Intel fires up internal foundry model to make its own chips
It's IDM 2.0 ... 2.0. Or perhaps this was the plan all along...
Intel has detailed plans to begin some separation between the semiconductor foundry side of its business and the design teams that create its own products. This is part of CEO Pat Gelsinger's efforts to revitalize the company with his Integrated Device Manufacturing 2.0 (IDM 2.0) strategy.
In a statement sent to all Intel employees, Gelsinger outlined the creation of an internal foundry model at the company, intended to enable Intel's chip production facilities to service external customers on a contract manufacturing basis, as well as support the company's own internal product lines.
To oversee this process, Gelsinger said he has also set up an IDM 2.0 Acceleration Office (IAO), led by the Senior Vice President of Intel's Corporate Planning Group (CPG), Stuart Pann. He takes on the role of Chief Business Transformation Officer, joining the executive leadership team and reporting to Intel's CFO, Dave Zinsner.
The IDM 2.0 strategy was outlined by Gelsinger soon after his return to Intel last year. One of the strands was that Intel needed to be more flexible, and move to making modular products that might involve working with other foundries to have them manufacture some parts of Intel products, while the other strand was to have Intel use its foundries to make chips for others.
In his statement, Gelsinger said the company had made "significant progress" on its process roadmaps and capacity as the first part of the transformation, claiming Intel was still on track to deliver five process nodes in four years, and that the company has invested in the capacity required to meet the industry's demand for semiconductors.
"The next phase of our IDM 2.0 journey requires a fundamental shift in mindset. We must embrace an internal foundry model, not only for our external customer commitments but also for our Intel product lines," he said.
Implementing an internal foundry model is likely to call for some restructuring of the company, to establishing consistent processes, systems and guardrails between Intel's business unit, design and manufacturing teams, according to Gelsinger, while putting Intel's internal product groups on a similar footing as external customers of Intel Foundry Services.
One effect of this should be that the design and the manufacturing teams can start to act like separate entities with their own profit-and-loss considerations. The business unit and design teams will be able to consider the potential impact on their margins if they want to run an additional product stepping, Gelsinger said, while the manufacturing team will be able to assess requests based on costs and impact on factory output.
"This will give us more transparency into our financial execution and will allow us to fully benchmark and drive ourselves to best-in-class foundry performance," he stated.
According to Alan Priestley, VP Analyst at Gartner, told The Reg that Intel appears to be trying to put the relationship between the chip foundry side of the business and the product side on a more formal footing.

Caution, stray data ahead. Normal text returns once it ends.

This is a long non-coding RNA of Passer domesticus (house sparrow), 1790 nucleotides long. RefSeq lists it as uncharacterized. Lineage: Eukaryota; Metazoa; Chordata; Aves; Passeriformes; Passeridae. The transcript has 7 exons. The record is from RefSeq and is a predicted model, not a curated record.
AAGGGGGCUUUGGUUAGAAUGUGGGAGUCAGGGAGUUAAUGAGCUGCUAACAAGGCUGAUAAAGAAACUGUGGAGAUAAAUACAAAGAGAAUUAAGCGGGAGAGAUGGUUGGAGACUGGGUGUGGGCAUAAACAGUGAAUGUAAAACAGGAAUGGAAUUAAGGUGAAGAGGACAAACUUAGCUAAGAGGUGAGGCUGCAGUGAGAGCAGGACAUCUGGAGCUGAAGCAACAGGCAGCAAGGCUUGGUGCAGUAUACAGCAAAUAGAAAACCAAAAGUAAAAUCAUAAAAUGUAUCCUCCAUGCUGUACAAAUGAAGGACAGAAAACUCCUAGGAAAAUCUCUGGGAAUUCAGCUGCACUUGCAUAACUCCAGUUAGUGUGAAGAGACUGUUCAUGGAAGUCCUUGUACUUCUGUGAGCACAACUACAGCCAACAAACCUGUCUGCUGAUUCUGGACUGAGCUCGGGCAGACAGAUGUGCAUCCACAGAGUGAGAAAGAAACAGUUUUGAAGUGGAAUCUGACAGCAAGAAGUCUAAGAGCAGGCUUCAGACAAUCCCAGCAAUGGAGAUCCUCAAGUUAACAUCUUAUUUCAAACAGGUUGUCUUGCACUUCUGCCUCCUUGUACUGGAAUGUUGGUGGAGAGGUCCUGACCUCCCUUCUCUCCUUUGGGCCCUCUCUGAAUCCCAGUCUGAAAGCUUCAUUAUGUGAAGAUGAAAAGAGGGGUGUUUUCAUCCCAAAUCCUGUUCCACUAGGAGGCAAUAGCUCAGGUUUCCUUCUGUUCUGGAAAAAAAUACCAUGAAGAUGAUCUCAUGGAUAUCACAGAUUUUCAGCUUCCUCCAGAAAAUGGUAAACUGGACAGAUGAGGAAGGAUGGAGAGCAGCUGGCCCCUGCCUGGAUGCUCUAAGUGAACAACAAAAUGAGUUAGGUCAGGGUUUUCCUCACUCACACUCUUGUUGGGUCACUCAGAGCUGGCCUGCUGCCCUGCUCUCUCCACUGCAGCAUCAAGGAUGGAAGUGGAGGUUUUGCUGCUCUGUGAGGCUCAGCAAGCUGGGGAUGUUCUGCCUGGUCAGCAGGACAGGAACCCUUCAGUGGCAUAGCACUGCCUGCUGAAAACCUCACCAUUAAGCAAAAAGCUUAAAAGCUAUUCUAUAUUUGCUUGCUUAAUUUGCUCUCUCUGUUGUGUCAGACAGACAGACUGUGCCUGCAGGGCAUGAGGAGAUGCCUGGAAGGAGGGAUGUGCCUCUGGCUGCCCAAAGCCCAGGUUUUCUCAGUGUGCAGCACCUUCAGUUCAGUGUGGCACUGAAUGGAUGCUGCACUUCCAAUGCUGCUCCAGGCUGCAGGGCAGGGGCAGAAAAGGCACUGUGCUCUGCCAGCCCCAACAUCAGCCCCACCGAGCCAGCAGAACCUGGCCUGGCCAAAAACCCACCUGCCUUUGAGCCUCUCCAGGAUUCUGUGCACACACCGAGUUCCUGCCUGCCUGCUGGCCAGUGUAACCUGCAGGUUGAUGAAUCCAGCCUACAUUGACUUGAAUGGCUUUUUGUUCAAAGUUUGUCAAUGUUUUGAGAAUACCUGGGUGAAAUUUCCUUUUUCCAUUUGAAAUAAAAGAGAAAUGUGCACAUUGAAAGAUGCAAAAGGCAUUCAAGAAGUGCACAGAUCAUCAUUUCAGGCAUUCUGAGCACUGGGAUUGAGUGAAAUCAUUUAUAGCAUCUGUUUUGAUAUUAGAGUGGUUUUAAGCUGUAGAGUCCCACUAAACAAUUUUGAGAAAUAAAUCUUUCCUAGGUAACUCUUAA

"I read the Intel statement as meaning that it wants to create a foundry business that will serve its own internal product groups more on a commercial contract basis than before," Priestley told us.
Intel already has an Intel Foundry Services (IFS) business, but this was setup to serve external customers only, Priestley said. Gelsinger appears to want to expand this so that IFS serves both internal and external customers on the same contractual footing.
Such a partitioning between the teams is almost inevitable if Intel has serious intentions of becoming a successful contract manufacturing foundry service producing chips for other companies. It will need to allay any suspicions that its own product teams might be granted favourable access to Intel's semiconductor production lines, and will also need to assure external companies that their chip design IP will be safe in Intel's hands.
Intel already has Taiwanese outfit MediaTek, which designs processors used in smartphones and wireless communications silicon, as a customer for its foundry services. However, it was not made clear when Intel will begin manufacturing chips for MediaTek.
Earlier this year, Nvidia also said it was considering expanding its supply of chips by having some of them produced using Intel's foundry services. Typically, the GPU maker has its products manufactured by TSMC, the Taiwanese company that is currently the world's largest semiconductor contract manufacturer.
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Intel's creation of an internal foundry model is also likely to raise questions about whether the company may at some point in the future decide to spin out its semiconductor manufacturing facilities as a separate concern.
"Intel could end up with two distinct blocks, one that designs chips and one that manufactures them, and if it decided to slice the company in two in future, this would allow them to do that," Priestley said.
There is no suggestion from Intel that this would ever happen, but rival processor maker AMD did this over a decade ago, which led to the creation of GlobalFoundries and saw AMD become a fabless design shop.
"Embracing an internal foundry model will enable us to deliver the competitive cost structure and predictable cadence of leadership products essential to our success," Gelsinger said in his statement. Intel will also provide regular updates on such initiatives, he added, as it strives to revitalize the company's fortunes. ®